In Vitro Fertilization (IVF) is a one Assisted Reproductive Technology (ART) commonly referred to as IVF. IVF is the process of fertilization by manually combining an egg and sperm in a laboratory dish, and then transferring the embryo to the uterus.
- Monitor and stimulate the development of healthy egg(s) in the ovaries.
- Collect the eggs.
- Secure the sperm.
- Combine the eggs and sperm together in the laboratory and provide the appropriate environment for fertilization and early embryo growth.
- Transfer embryos into the uterus.
1. Fertility medications are prescribed to stimulate egg production. Multiple eggs are desired because some eggs will not develop or fertilize after retrieval. Transvaginal ultrasound is used to examine the ovaries, and blood test samples are taken to check hormone levels.
2. Eggs are retrieved through a minor surgical procedure that uses ultrasound imaging to guide a hollow needle through the pelvic cavity to remove the eggs. Medication is provided to reduce and remove potential discomfort.
3. The male is asked to produce a sample of sperm, which is prepared for combining with the eggs.
4. In a process called insemination, the sperm and eggs are mixed together and stored in a laboratory to encourage fertilization. In some cases where there is a lower probability of fertilization, intracytoplasmic sperm injection (ICSI) may be used. Through this procedure, a single sperm is injected directly into the egg in an attempt to achieve fertilization. The eggs are monitored to confirm that fertilization and cell division are taking place. Once this occurs, the fertilized eggs are considered embryos.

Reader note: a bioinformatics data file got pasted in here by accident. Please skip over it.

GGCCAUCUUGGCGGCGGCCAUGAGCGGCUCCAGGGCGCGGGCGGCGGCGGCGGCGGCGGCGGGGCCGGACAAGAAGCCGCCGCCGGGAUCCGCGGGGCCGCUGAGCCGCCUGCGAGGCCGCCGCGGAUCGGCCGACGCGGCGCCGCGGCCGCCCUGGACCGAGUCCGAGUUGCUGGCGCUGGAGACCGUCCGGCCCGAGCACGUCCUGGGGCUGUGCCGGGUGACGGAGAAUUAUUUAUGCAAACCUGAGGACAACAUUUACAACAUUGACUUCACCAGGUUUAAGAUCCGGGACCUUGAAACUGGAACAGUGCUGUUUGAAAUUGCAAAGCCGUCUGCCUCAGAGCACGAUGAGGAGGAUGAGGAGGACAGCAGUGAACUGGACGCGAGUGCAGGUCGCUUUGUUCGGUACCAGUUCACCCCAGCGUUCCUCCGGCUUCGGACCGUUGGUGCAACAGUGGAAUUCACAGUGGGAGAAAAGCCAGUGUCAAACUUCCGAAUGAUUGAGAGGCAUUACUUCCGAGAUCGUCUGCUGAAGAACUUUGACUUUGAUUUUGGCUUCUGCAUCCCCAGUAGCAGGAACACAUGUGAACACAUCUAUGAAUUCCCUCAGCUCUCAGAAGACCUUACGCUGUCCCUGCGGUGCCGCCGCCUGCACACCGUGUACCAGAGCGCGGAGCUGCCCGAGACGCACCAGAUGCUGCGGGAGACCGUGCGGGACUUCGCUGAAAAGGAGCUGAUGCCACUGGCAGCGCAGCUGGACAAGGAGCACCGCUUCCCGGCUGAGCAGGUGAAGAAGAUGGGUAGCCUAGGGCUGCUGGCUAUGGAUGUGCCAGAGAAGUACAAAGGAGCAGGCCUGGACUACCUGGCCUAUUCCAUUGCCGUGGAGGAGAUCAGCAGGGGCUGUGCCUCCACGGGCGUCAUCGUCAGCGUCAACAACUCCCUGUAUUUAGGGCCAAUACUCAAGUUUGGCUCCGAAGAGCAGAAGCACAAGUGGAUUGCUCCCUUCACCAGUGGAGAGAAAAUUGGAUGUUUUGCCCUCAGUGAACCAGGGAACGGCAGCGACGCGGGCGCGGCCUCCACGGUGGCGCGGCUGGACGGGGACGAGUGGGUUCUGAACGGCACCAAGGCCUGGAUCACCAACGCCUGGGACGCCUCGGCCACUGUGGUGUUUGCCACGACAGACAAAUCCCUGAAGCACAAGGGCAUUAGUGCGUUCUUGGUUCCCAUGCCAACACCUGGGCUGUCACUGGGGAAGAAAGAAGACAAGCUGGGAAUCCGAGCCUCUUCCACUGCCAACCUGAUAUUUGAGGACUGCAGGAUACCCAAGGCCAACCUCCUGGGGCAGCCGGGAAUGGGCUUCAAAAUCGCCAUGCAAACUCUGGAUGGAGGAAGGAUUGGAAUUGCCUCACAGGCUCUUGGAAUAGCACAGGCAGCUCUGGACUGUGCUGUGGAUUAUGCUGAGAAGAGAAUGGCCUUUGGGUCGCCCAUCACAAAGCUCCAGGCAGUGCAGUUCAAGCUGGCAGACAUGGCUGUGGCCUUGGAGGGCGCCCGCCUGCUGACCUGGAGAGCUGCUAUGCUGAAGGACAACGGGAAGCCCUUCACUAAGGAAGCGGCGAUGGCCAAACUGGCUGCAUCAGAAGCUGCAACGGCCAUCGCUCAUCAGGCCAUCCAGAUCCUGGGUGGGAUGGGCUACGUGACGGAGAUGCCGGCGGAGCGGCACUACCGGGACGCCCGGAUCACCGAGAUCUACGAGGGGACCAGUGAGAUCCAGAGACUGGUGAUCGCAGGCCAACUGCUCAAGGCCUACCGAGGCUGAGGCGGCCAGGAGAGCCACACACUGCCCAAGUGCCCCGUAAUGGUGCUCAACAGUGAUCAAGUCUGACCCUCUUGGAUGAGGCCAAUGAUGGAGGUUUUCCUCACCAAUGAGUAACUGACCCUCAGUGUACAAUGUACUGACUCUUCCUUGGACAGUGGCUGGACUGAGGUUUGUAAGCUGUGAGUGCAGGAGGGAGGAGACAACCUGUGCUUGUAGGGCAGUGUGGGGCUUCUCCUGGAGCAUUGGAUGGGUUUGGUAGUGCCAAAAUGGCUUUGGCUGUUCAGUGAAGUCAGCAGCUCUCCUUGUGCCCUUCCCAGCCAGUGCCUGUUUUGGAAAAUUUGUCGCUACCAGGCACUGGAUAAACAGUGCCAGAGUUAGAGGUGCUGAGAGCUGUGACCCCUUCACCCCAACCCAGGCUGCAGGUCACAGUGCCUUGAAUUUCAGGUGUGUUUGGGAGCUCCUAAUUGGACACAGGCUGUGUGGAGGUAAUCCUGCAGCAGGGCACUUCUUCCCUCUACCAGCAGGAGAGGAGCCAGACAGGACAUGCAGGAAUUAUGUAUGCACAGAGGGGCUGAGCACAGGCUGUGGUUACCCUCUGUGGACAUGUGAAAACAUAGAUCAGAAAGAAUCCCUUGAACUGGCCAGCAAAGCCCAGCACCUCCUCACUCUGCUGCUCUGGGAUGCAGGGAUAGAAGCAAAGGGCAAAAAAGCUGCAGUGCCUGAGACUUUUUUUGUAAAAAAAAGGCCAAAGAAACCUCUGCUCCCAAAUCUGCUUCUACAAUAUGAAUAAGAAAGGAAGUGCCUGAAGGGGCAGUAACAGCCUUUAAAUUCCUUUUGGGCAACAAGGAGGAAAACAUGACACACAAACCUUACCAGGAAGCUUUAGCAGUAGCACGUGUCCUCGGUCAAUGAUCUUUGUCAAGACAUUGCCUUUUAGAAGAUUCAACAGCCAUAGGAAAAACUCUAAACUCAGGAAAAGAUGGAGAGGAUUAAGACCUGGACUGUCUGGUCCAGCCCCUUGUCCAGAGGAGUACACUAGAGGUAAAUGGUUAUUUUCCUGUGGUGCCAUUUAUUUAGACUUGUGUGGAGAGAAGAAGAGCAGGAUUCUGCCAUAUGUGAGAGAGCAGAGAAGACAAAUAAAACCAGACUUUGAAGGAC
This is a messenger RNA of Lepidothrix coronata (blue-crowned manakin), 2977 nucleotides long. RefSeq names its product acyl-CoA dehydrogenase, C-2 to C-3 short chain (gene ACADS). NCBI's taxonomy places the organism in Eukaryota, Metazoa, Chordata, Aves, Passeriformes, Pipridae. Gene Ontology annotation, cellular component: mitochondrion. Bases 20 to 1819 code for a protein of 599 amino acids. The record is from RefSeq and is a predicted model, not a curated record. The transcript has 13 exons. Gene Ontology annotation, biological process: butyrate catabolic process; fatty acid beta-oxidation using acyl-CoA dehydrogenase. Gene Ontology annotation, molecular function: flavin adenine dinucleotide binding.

5. The embryos are usually transferred into the woman’s uterus three to five days following egg retrieval and fertilization. A catheter or small tube is inserted into the uterus to transfer the embryos. This procedure is painless for most women, although some may experience mild cramping. If the procedure is successful, implantation typically occurs around six to ten days following egg retrieval.